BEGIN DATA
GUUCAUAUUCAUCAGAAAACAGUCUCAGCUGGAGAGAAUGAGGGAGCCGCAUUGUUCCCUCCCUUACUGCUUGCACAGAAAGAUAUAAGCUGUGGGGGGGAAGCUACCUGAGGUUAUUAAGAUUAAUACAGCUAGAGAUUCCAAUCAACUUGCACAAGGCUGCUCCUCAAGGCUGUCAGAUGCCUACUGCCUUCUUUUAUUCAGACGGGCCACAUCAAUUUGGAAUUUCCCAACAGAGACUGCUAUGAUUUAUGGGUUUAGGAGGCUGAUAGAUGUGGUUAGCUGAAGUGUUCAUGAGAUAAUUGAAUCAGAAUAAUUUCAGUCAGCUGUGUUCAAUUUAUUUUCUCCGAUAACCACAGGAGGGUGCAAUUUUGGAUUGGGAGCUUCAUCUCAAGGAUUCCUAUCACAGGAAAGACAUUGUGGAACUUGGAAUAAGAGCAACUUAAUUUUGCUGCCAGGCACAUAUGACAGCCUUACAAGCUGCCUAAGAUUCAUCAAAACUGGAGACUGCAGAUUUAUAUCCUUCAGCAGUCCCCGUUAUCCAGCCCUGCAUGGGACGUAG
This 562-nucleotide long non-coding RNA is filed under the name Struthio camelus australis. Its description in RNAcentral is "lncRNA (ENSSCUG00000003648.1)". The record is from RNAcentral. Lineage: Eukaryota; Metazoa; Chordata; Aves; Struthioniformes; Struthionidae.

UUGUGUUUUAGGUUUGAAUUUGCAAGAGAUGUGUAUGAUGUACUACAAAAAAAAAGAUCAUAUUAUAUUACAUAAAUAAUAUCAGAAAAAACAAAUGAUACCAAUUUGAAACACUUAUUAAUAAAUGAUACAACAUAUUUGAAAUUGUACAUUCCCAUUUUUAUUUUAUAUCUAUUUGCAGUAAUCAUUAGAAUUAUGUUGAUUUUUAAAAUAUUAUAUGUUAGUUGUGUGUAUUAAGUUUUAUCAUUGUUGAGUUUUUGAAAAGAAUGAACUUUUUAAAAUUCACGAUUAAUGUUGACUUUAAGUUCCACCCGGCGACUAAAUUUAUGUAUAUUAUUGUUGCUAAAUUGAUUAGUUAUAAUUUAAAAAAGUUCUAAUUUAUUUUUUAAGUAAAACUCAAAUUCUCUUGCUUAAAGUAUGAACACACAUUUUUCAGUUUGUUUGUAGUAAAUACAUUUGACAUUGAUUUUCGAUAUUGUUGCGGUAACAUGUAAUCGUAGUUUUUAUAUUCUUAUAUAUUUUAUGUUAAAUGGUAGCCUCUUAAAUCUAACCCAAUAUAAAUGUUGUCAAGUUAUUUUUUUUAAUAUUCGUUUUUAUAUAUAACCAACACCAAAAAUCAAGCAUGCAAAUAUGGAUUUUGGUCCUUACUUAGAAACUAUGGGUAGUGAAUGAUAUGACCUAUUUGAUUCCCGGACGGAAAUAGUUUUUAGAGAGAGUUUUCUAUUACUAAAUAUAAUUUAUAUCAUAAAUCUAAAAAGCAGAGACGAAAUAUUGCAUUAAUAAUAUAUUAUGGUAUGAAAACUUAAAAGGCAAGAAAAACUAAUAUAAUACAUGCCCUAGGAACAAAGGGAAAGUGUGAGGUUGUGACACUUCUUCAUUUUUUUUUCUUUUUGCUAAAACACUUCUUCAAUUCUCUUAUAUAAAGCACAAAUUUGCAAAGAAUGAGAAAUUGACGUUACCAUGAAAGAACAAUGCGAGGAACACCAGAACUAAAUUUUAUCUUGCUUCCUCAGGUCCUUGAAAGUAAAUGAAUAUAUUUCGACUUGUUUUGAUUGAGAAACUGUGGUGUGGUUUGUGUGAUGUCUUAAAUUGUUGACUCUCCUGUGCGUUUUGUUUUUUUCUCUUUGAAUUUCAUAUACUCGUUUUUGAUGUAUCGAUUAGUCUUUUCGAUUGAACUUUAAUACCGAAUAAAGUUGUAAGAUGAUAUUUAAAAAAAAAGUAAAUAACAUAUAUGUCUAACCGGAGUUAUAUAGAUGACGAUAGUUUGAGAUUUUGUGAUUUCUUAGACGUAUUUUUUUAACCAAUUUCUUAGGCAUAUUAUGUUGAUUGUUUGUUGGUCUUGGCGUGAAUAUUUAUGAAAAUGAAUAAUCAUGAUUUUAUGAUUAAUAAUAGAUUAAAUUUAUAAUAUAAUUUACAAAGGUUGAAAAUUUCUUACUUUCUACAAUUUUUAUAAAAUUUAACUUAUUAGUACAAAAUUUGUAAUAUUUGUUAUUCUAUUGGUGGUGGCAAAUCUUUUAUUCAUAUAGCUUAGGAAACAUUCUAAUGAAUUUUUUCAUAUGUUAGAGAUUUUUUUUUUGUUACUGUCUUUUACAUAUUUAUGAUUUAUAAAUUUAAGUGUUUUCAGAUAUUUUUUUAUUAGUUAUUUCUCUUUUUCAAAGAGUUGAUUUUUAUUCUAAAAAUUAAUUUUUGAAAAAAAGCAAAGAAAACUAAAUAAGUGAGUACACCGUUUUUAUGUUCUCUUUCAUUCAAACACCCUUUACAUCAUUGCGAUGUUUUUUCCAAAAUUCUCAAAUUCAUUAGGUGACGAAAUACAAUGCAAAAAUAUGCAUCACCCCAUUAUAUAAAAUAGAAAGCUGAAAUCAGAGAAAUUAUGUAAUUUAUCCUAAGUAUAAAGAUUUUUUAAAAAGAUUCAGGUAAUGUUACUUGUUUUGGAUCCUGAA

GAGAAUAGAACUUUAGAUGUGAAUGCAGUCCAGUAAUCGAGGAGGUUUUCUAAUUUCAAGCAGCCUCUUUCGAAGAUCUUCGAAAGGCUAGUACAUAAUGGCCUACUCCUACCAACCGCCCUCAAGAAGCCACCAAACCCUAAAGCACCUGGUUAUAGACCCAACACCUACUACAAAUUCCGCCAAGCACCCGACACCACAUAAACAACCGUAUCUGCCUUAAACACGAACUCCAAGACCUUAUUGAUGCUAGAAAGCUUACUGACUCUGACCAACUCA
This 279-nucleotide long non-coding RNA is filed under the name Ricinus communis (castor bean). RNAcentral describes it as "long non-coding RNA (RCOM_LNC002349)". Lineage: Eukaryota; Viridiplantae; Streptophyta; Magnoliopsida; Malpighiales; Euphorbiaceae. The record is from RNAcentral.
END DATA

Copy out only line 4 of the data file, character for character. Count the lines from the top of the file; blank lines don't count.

GAGAAUAGAACUUUAGAUGUGAAUGCAGUCCAGUAAUCGAGGAGGUUUUCUAAUUUCAAGCAGCCUCUUUCGAAGAUCUUCGAAAGGCUAGUACAUAAUGGCCUACUCCUACCAACCGCCCUCAAGAAGCCACCAAACCCUAAAGCACCUGGUUAUAGACCCAACACCUACUACAAAUUCCGCCAAGCACCCGACACCACAUAAACAACCGUAUCUGCCUUAAACACGAACUCCAAGACCUUAUUGAUGCUAGAAAGCUUACUGACUCUGACCAACUCA